And speaking of Michael Vickers, if you haven’t heard, the man is an icon in this business. Here is his bio:
Michael G. (“Mike”) Vickers was nominated by President Barack Obama as the Under Secretary of Defense for Intelligence (USDI) on September 29, 2010, and was unanimously confirmed by the United States Senate on March 17, 2011. Secretary Vickers served as Acting USDI from January 28, 2011, to March 17, 2011, and as first and only Assistant Secretary of Defense for Special Operations/Low-Intensity & Interdependent Capabilities (ASD SO/LIC&IC) from July 23, 2007 to March 17, 2011. His service has spanned the administrations of both President George W. Bush and President Barack Obama.
As the USDI, Secretary Vickers is the principal intelligence advisor to the Secretary of Defense. He exercises authority, direction, and control on behalf of the Secretary of Defense over all intelligence organizations within the Department of Defense, including the National Security Agency, the Defense Intelligence Agency, the National Geospatial Intelligence Agency, the National Reconnaissance Office, and the intelligence components of the combatant commands and military services. Secretary Vickers is the Program Executive for the Military Intelligence Program. He is also dual-hatted as Director of Defense Intelligence in the Office of the Director of National Intelligence, and reports to the DNI in this capacity. He is the Department’s principal interface with the Central Intelligence Agency and other elements of the Intelligence Community, and represents the Department on intelligence and sensitive operations at Deputies and Principals Committee meetings of the National Security Council.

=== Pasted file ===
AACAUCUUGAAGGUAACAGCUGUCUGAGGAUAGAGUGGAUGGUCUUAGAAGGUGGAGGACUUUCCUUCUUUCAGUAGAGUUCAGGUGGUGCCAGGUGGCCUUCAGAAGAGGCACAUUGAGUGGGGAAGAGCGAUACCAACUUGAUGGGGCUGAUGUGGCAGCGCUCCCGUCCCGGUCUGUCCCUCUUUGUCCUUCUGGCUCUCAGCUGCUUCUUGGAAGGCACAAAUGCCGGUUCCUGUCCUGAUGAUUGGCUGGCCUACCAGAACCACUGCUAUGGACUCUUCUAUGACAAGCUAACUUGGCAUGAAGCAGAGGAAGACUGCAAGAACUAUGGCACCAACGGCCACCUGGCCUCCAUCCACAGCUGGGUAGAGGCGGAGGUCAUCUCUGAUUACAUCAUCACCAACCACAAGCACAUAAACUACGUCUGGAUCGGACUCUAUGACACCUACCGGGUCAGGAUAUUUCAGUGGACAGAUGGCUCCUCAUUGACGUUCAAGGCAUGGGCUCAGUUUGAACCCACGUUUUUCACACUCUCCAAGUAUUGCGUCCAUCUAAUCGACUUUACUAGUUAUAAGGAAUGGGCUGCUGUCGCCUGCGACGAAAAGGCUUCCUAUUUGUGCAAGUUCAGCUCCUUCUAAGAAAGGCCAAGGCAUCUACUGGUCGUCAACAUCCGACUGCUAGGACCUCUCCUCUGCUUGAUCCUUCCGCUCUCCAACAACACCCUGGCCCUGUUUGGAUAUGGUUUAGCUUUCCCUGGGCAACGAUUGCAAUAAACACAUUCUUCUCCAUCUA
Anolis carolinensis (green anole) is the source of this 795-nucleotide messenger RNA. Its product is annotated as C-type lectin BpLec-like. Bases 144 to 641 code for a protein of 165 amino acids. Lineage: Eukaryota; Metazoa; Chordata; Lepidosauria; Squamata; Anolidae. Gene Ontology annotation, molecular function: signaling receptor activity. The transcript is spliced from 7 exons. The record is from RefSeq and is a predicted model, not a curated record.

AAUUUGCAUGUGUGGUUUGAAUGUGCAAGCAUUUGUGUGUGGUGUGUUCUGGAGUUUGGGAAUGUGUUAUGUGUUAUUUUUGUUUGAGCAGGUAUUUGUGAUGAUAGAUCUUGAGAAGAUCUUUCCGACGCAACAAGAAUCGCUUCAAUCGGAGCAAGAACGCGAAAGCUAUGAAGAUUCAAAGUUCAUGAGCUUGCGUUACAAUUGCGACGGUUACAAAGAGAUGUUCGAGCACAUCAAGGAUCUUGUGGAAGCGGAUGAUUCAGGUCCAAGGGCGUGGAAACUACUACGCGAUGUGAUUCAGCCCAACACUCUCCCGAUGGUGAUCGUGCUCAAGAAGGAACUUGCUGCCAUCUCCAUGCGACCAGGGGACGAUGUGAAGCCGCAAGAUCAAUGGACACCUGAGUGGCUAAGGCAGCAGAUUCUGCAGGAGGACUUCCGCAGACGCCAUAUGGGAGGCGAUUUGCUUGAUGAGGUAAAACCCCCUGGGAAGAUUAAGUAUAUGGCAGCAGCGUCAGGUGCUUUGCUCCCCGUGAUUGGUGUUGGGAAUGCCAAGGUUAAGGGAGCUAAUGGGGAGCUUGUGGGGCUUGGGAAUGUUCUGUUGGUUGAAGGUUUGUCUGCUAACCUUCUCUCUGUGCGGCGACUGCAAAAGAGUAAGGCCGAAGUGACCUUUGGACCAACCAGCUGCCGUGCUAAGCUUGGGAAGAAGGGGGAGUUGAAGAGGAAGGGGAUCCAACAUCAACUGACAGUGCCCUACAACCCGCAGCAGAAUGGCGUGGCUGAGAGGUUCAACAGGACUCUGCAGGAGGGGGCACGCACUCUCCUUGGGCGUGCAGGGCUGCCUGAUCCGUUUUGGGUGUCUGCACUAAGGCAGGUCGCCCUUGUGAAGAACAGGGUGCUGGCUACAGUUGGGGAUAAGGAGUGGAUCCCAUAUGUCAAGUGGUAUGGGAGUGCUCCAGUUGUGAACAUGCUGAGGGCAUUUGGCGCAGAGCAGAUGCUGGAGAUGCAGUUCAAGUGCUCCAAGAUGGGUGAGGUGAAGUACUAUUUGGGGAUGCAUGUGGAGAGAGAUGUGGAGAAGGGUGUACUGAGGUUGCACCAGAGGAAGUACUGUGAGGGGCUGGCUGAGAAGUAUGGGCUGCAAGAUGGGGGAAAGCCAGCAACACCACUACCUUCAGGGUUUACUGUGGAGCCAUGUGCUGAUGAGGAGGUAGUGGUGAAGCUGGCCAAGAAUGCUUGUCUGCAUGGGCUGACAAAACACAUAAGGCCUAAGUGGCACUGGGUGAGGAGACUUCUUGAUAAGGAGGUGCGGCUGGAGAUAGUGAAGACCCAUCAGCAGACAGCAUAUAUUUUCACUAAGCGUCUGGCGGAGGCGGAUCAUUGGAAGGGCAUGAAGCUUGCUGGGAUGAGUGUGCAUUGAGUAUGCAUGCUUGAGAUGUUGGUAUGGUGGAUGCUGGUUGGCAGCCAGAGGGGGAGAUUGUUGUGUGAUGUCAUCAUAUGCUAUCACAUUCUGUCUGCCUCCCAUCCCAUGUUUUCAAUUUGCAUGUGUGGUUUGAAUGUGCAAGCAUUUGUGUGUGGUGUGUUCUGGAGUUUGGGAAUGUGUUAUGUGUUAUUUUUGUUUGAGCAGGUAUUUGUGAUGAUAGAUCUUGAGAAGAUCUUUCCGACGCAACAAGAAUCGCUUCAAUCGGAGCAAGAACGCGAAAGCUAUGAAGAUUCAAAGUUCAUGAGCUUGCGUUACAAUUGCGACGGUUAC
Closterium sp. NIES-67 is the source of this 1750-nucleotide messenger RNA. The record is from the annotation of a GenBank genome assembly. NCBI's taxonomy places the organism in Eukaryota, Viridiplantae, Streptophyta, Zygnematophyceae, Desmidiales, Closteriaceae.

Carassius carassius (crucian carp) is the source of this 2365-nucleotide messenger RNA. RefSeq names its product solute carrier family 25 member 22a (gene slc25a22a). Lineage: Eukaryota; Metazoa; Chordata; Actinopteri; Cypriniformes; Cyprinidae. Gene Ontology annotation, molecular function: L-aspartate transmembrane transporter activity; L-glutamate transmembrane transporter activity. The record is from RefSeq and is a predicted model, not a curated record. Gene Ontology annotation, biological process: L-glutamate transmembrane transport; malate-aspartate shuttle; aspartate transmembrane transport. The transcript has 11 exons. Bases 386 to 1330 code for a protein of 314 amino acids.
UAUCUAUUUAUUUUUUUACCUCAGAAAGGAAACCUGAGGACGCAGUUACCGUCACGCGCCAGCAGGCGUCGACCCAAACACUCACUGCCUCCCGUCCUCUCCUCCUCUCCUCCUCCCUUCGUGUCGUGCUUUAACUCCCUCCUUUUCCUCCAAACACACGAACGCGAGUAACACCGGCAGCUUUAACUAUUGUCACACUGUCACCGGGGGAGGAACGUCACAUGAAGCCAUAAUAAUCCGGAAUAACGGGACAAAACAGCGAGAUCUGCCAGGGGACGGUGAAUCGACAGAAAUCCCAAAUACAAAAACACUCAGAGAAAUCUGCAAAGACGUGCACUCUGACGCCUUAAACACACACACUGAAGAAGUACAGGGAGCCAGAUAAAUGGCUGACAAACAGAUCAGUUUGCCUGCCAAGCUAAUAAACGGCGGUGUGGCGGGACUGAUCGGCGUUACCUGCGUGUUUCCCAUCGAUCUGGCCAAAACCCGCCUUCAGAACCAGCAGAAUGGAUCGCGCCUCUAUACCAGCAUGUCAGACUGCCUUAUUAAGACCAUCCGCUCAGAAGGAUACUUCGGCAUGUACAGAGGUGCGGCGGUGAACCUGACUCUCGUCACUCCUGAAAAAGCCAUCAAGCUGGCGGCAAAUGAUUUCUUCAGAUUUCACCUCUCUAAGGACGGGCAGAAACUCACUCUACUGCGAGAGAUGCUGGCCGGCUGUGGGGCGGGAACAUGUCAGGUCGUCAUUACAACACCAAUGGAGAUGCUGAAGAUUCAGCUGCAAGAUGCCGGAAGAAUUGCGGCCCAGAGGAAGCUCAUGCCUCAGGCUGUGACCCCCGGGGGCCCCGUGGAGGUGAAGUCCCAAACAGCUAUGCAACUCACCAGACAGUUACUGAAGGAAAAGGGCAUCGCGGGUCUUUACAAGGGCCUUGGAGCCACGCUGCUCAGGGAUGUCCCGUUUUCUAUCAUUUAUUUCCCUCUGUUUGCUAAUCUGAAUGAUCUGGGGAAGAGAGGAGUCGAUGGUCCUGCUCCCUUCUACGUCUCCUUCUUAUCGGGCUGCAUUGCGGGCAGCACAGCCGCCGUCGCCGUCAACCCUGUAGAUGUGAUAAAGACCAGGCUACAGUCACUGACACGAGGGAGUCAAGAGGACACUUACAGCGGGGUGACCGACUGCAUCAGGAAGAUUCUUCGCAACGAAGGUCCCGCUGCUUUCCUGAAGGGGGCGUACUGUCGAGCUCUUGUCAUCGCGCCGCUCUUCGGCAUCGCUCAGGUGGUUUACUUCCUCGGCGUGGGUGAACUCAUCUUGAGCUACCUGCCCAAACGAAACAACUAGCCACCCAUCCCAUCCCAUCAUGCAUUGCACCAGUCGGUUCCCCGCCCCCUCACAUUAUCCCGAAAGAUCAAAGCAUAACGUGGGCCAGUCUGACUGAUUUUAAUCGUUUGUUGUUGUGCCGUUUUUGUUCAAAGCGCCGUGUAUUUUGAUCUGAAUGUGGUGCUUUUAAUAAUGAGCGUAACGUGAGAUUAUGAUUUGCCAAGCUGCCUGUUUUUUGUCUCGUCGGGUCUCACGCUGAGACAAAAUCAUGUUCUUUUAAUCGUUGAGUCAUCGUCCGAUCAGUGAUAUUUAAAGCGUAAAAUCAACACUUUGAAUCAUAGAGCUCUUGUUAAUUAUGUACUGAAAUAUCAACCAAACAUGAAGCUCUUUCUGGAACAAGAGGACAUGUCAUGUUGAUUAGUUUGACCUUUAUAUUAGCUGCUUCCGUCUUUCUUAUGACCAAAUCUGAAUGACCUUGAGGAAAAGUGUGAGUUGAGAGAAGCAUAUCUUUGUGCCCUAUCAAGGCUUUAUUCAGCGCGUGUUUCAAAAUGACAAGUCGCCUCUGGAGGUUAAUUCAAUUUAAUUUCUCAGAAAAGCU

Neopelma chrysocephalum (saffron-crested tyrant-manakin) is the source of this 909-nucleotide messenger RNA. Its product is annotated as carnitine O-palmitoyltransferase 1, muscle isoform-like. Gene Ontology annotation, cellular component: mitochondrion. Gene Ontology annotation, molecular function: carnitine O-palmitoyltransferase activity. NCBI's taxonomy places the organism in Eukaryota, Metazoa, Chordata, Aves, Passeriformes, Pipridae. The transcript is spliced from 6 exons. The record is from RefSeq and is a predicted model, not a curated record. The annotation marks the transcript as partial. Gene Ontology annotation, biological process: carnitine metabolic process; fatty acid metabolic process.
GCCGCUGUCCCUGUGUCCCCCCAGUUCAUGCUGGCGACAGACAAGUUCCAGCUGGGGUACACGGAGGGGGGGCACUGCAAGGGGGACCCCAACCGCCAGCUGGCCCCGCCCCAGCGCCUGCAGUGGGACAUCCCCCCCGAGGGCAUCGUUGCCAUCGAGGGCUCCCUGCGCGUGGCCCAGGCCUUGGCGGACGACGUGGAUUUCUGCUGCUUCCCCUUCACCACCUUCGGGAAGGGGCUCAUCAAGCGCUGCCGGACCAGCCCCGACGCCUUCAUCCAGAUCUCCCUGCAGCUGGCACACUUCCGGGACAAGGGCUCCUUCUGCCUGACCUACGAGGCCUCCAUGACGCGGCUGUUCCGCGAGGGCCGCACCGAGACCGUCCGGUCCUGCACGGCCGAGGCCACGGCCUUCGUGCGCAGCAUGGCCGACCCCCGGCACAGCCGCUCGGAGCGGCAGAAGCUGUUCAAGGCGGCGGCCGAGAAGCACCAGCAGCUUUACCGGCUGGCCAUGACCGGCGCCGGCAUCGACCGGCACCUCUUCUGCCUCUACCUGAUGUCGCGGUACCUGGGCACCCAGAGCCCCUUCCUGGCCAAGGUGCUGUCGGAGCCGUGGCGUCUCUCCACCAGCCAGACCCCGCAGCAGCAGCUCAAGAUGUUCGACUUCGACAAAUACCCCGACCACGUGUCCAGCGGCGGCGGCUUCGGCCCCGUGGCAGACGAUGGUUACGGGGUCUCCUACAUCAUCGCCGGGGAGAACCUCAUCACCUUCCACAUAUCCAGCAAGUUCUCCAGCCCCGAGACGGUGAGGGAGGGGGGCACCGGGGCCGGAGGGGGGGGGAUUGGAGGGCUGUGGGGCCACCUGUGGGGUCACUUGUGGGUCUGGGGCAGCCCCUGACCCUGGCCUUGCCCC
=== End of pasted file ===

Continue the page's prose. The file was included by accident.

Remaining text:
As ASD (SO/LIC&IC) from July 23, 2007, to March 17, 2011, Secretary Vickers had oversight of global operations, and served as the senior civilian adviser to the Secretary of Defense on counterterrorism, irregular warfare and special activities. He played a central role in shaping U.S. strategy for the war with al Qa’ida, and the war in Afghanistan. He had oversight of the core operational capabilities (strategic forces, conventional forces, and special operations forces) of the Department of Defense, as well as the functional combatant commands (United States Strategic Command, Special Operations Command, Joint Forces Command and Transportation Command). With the Vice Chairman of the Joint Chiefs of Staff, he had oversight of the force application (maneuver and fires) joint capability area.
From 1973 to 1986, Secretary Vickers served as an Army Special Forces Non-Commissioned Officer, Special Forces Officer, and CIA Operations Officer. He had operational and combat experience in Central America and the Caribbean, the Middle East, and Central and South Asia. His operational experience spans covert action and espionage, unconventional warfare, counterterrorism, counterinsurgency, and foreign internal defense. During the mid-1980s, Secretary Vickers was the principal strategist for the largest covert action program in the CIA’s history: the paramilitary operation that drove the Soviet army out of Afghanistan. From 1996-2007, Secretary Vickers was Senior Vice President, Strategic Studies, at the Center for Strategic and Budgetary Assessments.
Secretary Vickers holds a Bachelor of Arts, with honors, from the University of Alabama, a Master of Business Administration from the Wharton School of the University of Pennsylvania, and a Doctor of Philosophy in International Relations/Strategic Studies from the Johns Hopkins University.